China new home prices slide for sixth consecutive month

Investors looking at a model of Beijing's future skyline
Image caption The surge in Chinese property prices has been a cause of concern for authorities

Property prices in China have fallen for a sixth consecutive month amid government efforts to control prices and curb speculation.

New home prices in 46 out of 70 Chinese cities fell between February and March. Meanwhile prices were lower than a year ago in 38 cities.

There have been fears of the formation of asset bubbles in China.

Despite the recent falls, authorities said they would continue to implement strict controls over the sector.

"This is further evidence of China's property macro control measures," said Ma Xiaoming of the National Bureau of Statistics.

"The upward pressure in home prices still exists and the property tightening is at a critical phase."

Slowing growth

However, it could also mean a further slowdown in economic growth.

The booming housing industry supported China's expansion in recent years, with real estate investment making up 13% of the nation's gross domestic product in 2011.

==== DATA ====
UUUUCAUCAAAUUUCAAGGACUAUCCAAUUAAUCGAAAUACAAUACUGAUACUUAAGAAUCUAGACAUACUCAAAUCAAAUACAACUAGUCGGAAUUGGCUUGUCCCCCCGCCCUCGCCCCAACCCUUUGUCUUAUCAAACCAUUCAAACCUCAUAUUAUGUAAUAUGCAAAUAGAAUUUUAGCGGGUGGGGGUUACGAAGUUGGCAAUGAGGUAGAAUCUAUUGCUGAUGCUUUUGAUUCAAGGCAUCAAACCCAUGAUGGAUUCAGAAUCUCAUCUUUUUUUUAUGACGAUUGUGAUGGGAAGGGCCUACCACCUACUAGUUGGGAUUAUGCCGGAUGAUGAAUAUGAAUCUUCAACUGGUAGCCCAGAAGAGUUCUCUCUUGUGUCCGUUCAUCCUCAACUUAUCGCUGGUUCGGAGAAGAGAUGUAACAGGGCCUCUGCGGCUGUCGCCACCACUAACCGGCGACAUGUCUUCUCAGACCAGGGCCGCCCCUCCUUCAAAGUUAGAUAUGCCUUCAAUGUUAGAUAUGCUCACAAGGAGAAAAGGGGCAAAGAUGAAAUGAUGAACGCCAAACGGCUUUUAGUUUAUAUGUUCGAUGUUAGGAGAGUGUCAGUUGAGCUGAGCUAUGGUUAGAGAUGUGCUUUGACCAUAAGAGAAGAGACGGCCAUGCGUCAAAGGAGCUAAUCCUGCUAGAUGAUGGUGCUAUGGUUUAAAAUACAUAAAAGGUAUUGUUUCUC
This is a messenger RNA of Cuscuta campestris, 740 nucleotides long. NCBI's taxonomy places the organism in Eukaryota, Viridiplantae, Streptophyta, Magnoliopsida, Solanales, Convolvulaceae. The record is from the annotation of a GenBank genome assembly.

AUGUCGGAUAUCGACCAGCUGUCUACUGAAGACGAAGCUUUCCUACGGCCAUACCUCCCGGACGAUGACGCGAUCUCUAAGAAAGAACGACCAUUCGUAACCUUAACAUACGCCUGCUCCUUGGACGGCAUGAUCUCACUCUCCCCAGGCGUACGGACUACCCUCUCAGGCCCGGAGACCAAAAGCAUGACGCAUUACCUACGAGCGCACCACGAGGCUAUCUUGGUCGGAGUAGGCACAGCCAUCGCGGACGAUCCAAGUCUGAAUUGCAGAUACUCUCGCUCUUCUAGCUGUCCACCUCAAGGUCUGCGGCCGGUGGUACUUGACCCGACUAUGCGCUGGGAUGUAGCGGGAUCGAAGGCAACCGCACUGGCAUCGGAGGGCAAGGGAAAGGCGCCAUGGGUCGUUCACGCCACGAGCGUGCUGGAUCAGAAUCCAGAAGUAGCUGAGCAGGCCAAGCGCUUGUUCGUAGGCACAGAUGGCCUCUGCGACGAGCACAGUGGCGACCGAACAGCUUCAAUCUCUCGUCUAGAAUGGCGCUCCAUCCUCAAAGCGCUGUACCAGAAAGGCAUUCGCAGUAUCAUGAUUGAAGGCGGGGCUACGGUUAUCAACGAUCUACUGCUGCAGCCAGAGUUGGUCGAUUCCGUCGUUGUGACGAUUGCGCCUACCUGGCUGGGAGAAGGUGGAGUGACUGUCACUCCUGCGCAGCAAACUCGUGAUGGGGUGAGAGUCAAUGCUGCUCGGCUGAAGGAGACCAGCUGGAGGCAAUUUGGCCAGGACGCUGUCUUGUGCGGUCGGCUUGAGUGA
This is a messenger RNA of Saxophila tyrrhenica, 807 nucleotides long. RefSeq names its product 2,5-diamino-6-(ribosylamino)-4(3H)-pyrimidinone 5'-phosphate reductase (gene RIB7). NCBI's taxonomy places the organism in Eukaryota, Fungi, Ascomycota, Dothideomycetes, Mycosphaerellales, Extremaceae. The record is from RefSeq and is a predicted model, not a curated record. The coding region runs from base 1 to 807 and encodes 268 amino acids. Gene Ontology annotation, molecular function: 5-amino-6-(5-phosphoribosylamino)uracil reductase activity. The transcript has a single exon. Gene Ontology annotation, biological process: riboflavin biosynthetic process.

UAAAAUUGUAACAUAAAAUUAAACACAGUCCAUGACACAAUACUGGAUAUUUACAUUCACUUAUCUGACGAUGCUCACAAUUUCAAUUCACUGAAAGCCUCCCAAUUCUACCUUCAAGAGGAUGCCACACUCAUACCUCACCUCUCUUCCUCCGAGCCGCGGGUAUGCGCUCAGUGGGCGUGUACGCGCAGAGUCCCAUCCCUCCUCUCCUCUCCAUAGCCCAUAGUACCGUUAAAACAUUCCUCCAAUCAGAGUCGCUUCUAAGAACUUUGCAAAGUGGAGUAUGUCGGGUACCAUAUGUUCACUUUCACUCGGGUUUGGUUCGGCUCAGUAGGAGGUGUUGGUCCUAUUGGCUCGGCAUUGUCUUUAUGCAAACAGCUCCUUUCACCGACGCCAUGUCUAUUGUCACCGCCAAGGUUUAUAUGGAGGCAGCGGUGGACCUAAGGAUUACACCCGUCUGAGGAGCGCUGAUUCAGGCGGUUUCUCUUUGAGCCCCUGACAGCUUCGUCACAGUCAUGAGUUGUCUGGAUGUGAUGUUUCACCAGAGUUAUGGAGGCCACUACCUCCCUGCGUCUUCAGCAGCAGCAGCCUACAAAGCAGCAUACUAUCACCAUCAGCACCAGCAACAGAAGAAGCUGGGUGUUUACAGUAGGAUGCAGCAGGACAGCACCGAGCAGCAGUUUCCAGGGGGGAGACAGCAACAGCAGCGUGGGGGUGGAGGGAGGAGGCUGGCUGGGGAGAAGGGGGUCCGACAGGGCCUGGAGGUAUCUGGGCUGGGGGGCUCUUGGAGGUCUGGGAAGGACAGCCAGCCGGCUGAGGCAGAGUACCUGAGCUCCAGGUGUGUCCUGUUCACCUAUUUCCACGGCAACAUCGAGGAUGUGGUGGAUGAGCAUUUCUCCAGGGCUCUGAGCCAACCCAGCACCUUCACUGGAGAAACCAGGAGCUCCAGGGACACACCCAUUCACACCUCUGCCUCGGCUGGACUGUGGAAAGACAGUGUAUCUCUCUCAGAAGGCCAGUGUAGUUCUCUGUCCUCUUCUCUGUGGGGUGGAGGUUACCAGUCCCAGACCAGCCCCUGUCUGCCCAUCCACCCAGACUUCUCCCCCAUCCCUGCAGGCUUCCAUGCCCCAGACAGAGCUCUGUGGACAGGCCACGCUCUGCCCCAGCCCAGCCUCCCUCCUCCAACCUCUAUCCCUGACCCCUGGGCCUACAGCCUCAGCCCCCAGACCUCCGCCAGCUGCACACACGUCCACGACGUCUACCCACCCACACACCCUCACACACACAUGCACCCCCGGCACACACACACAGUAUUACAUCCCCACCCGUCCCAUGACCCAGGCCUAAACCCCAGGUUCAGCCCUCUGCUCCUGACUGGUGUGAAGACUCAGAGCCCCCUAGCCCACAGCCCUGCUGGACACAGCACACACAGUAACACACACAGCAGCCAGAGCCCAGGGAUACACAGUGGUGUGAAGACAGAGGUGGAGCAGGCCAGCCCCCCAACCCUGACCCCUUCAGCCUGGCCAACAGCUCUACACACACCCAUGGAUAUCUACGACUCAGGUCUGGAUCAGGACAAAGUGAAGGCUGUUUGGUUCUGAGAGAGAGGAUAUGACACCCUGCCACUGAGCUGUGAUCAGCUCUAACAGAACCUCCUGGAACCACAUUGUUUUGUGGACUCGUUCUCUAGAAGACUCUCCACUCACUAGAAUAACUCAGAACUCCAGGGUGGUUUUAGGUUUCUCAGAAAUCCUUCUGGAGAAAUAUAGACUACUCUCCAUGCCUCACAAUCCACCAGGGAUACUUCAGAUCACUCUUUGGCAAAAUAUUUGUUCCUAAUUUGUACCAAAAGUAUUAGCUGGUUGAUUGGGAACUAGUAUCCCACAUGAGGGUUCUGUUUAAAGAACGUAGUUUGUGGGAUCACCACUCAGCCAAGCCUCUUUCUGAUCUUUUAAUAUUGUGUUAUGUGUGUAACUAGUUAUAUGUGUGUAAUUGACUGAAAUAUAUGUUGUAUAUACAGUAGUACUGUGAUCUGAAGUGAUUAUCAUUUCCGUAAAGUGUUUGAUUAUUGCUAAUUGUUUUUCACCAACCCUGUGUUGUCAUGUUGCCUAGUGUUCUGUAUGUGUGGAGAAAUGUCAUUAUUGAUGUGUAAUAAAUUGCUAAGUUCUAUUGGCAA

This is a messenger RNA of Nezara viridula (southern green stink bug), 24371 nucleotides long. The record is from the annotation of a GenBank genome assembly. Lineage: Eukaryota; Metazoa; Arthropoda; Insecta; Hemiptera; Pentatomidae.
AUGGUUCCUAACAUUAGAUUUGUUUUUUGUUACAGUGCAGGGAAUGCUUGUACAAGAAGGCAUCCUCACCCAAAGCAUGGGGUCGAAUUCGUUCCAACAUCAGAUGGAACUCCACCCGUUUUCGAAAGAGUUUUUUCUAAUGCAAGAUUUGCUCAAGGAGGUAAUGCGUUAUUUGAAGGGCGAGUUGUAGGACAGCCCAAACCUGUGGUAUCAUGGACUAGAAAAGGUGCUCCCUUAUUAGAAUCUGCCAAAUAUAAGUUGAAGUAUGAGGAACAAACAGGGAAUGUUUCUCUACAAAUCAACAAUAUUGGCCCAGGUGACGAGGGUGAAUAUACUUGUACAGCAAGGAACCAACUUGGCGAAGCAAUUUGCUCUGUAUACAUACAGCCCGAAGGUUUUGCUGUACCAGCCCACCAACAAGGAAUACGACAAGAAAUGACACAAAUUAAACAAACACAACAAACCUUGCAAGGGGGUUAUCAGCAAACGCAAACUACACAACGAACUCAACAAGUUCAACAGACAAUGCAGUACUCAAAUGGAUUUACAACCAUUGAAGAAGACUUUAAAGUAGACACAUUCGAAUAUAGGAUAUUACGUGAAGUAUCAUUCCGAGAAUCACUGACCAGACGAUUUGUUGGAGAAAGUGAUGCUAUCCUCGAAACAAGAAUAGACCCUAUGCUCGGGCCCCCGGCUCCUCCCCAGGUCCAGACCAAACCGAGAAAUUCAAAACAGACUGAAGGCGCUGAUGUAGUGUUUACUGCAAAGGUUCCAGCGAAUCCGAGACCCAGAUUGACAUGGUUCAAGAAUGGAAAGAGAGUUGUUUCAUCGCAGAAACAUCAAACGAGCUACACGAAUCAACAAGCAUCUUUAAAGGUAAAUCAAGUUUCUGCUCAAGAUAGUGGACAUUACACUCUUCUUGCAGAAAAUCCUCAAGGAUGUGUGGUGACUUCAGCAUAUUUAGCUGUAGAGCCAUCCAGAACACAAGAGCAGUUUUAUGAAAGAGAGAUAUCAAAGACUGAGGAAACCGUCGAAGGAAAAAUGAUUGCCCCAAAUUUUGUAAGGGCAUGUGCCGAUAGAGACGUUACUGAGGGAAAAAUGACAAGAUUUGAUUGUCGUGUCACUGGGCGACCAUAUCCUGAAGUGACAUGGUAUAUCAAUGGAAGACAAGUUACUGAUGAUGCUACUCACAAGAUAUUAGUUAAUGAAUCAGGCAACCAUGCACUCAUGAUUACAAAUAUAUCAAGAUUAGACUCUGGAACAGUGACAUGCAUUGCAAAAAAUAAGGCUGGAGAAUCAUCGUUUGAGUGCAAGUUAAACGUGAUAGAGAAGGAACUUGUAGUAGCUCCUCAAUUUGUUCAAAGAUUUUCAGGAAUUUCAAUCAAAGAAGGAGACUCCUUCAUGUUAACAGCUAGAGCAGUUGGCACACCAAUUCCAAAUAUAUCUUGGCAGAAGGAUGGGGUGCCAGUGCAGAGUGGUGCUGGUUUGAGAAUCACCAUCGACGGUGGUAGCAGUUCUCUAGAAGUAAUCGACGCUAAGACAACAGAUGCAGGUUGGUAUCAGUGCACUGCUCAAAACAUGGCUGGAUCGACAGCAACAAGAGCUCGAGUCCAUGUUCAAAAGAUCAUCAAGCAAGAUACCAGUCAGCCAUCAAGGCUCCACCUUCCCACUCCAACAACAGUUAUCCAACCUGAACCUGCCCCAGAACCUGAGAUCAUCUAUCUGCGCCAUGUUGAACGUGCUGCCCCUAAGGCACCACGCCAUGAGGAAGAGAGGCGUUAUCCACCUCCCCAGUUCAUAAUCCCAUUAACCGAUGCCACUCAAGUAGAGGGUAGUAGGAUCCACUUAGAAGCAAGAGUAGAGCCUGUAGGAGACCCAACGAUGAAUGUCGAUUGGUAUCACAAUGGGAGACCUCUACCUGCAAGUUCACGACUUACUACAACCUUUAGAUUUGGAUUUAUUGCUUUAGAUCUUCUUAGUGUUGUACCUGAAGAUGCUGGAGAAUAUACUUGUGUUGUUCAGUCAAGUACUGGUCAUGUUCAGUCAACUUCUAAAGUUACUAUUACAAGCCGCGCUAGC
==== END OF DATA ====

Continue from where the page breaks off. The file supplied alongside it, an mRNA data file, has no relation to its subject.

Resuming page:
Since tightening measures for the sector came in two years ago, including curbs on lending and restrictions on second home purchases, growth has been weakening.

The world's second-largest economy reported a growth of 8.1% in the first three months of this year from a year earlier, the slowest pace since the global financial crisis.

Some economists warned that given the slowdown in the economy, authorities need to rethink their housing policies.

"I'm worried about negative annual growth in both property sales and construction in March. The government should start fine-tuning policies," said Jianguang Shen, chief China economist at Mizuho in Hong Kong.

"The ultimate goal of the property tightening is to drive down prices but maintain growth in construction and investment."

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